Sunday's message as we walked through Paul's second letter to the church at Corinth, centered on just what God would have us understand "success" to be. As always, the one who delivers the message never really knows what the ultimate effect of it will be. I can hope that it will affect someone's heart and direct them to a closer walk with God. But I really won't know. I'm just a tradesman, an architect using God's blueprints to help people build lives that will stand the test of time.
The picture above is of St Paul's Cathedral in London. It was taken during the Nazi "blitz" bombings of that great city. I do not overstate when I state that picture above had a galvanizing effect on the English people and their friends around the world during a very dark and bleak time in history. Through the gloom, through the dust and terror of bombs falling - St Paul's stood - as did England. It still stands firm today, in its 200th anniversary year.
The architect of that magnificent structure was Christopher Wren.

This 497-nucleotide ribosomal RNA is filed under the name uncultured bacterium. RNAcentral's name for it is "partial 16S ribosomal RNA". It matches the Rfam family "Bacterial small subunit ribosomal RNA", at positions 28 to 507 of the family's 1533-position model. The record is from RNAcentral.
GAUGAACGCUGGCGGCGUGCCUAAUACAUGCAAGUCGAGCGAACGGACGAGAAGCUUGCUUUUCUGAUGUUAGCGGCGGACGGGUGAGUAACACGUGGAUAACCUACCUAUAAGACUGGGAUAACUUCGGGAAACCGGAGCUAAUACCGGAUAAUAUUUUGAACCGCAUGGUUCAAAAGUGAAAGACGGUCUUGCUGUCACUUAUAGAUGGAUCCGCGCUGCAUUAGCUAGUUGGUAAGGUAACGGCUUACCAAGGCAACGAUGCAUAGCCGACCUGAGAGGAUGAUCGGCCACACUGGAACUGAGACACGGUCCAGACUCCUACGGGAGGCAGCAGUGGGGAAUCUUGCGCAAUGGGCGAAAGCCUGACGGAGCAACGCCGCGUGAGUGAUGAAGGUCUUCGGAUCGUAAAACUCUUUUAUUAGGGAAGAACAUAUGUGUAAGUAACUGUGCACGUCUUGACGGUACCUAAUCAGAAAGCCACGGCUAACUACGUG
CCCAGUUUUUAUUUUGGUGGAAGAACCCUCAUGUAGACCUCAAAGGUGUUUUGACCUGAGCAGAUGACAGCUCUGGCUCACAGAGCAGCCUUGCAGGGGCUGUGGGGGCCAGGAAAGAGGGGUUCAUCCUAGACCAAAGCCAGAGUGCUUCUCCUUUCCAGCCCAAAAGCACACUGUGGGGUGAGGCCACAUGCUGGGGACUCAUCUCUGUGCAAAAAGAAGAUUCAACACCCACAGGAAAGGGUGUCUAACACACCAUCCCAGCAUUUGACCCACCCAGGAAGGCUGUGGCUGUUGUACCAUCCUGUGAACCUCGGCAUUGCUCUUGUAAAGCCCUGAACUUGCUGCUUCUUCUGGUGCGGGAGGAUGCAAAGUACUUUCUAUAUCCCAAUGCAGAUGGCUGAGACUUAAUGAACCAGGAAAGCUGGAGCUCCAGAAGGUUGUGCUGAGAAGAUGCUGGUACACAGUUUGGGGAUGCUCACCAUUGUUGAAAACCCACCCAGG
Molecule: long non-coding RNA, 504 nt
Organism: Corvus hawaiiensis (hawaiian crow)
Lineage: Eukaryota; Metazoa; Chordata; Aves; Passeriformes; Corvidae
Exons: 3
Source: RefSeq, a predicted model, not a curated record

Wren received the last contractor's payment in 1711, on Christmas Day.
Years later, he was buried in the cathedral, not in one of the ornate areas, but in a plain grave. On it is inscribed in Latin, this phrase: "If you seek his monument, look around you."
It's fitting for that to be written on Wren's grave, in St. Paul's. For in last Sunday's text, we read much the same sentiment. Just as Wren's grave encourages people to look around them to see what his life was about, Paul suggested anyone who wanted to know about his life's work to look at the people he had ministered to.
2 You yourselves are all the endorsement we need. Your very lives are a letter that anyone can read by just looking at you. 3 Christ himself wrote it— not with ink, but with God's living Spirit; not chiseled into stone, but carved into human lives— and we publish it. 2 Corinthians 3: 2-3
We who "publish" know in our hearts that we cannot change anyone.
Still, we "architects" rejoice when we see what God has done in people's lives around us, and yes, it hurts when people we've poured our lives into seem to falter or walk away from God's plan. The prayer of every pastor I know is that when our work is done, God will be able to direct us to "look around you" and we will see how what we did mattered.